While most parents/guardians would love for therapists to tell them exactly what is going on with their child or what they are thinking and feeling, the truth is there are very strict parameters about this. In the state of PA, minors 14 years of age or older have the right to make their own mental health care decisions. This means that they can engage in therapy without their parents'/guardians' consent and the parent/guardian cannot revoke this privilege. It also means that 14+ year-old minors have the right to determine what and how much is shared with their parents/guardians (i.e., the level of confidentiality). Of course, this can be frustrating or distressing to parents/guardians, who are not only worried about their child but who also feel they have a right to know, as they are typically responsible for paying for the treatment. However, guarding this confidentiality is not only the law, it also has a very solid rationale. If adolescents thought that what they shared in therapy would be shared with the adult in their lives, how much would they actually share? This would present a barrier to the therapist and adolescent establishing the trust they need for therapy to be effective. To be clear, the therapist does have limits to confidentiality, as was explained above, and these will be discussed during the informed consent process. If your child was, or is, being hurt; if your child is hurting someone; or if your child is in danger of seriously hurting him or herself, this information would be disclosed to you. Some situations are clear-cut and some present a more murky picture (for example, self-harm without suicidal intent) and the therapist will use professional judgement in determining what is shared with you. In all cases, the therapist should be encouraging the adolescent to share information with their parents/guardians and to develop a deeper and more trusting relationship with them. When an adolescent participates in therapy, this often involves sessions with the parent/guardian (either alone, or with the adolescent).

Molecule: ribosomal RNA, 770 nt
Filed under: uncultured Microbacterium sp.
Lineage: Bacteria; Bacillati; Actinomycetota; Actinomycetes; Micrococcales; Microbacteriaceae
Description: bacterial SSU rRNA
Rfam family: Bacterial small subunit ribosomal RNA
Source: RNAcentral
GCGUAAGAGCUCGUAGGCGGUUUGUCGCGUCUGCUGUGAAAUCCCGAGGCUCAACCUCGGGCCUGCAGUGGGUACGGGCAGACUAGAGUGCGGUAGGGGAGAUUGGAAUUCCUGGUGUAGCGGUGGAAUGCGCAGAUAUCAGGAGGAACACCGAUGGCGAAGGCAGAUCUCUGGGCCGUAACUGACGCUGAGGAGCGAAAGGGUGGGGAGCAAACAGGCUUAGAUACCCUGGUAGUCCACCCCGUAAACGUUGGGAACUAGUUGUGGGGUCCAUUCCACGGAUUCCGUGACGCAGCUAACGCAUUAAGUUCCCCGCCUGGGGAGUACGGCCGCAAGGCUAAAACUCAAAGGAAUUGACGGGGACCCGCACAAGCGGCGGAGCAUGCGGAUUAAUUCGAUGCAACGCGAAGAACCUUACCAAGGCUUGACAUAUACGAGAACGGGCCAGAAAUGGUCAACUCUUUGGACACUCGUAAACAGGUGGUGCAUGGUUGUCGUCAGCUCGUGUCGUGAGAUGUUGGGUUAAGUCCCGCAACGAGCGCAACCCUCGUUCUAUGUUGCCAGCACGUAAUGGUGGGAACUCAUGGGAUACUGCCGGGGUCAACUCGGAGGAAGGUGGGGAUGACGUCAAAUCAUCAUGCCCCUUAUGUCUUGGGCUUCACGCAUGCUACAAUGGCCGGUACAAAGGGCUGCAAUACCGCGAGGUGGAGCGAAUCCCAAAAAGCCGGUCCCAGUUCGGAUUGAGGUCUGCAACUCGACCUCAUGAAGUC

All of this can be challenging for the parents/guardians but please use the informed consent process to have all of your questions answered and please trust that the therapist has been trained, understands this age group, and has your child's mental health and best interest in mind.

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5) Why should I private pay if my therapist accepts my insurance? 

There are lots of good reasons to choose a therapist who accepts your insurance and pay for treatment this way. If you can't afford to pay for therapy out-of-pocket, you should absolutely find a therapist who accepts your insurance--especially if you are severely depressed or are having thoughts of self-harm. But there are some very good reasons to not use your insurance and privately  pay for therapy, instead. You can certainly Google this but I will summarize the best reasons, here: 

  • By using your health insurance, you will be limited to which therapist you can meet with and you may have to change therapists if your insurance changes.

  • As I've mentioned, insurance companies don't pay for therapy unless there is mental health diagnosis. Even if you don't meet "criteria" for a diagnosis, your therapist will have to give you one. And even though this is confidential information protected by HIPAA, it does become a permanent part of your private health record. Again, real life conditions such as life stress are typically not covered.

  • Mental health conditions (i.e., your diagnosis) are considered pre-existing conditions and may affect your ability to qualify for certain health plans, may increase your premiums, or limit your ability to qualify for some life insurance policies.

  • You will still be responsible for a copay, for meeting your deductible, and you are still ultimately responsible for the cost of your treatment. If you self-pay, you may use your HSA and have your treatment be tax deductible, and you may be able to submit your superbills/receipts as a medical deduction when you file your taxes.

  • In some cases, you will require a referral from your PCP for treatment and a coordination of care is required by some plans. You may not necessarily want your physician to know of your emotional or relational difficulties. 

  • Some insurance companies only provide coverage for certain types of encounters (as an example, they may not cover the therapist providing treatment outside of the office) and for specific types of interventions. Almost certainly, the number of sessions, the session frequency, and the duration of each session is mandated by the insurance plan. Most therapists who only accept private pay will work with you to meet your needs.

  • Therapists have much more time to devote to you and your process, when you private pay. Submitting claims can be a lengthy and tedious process (some things like treatment plans have to be created, updated  and provided, over and over) and still does not guarantee the therapist payment. 

  • And finally...research shows that clients who pay for their own treatment are more motivated and are more likely to have better treatment outcomes!

Question 5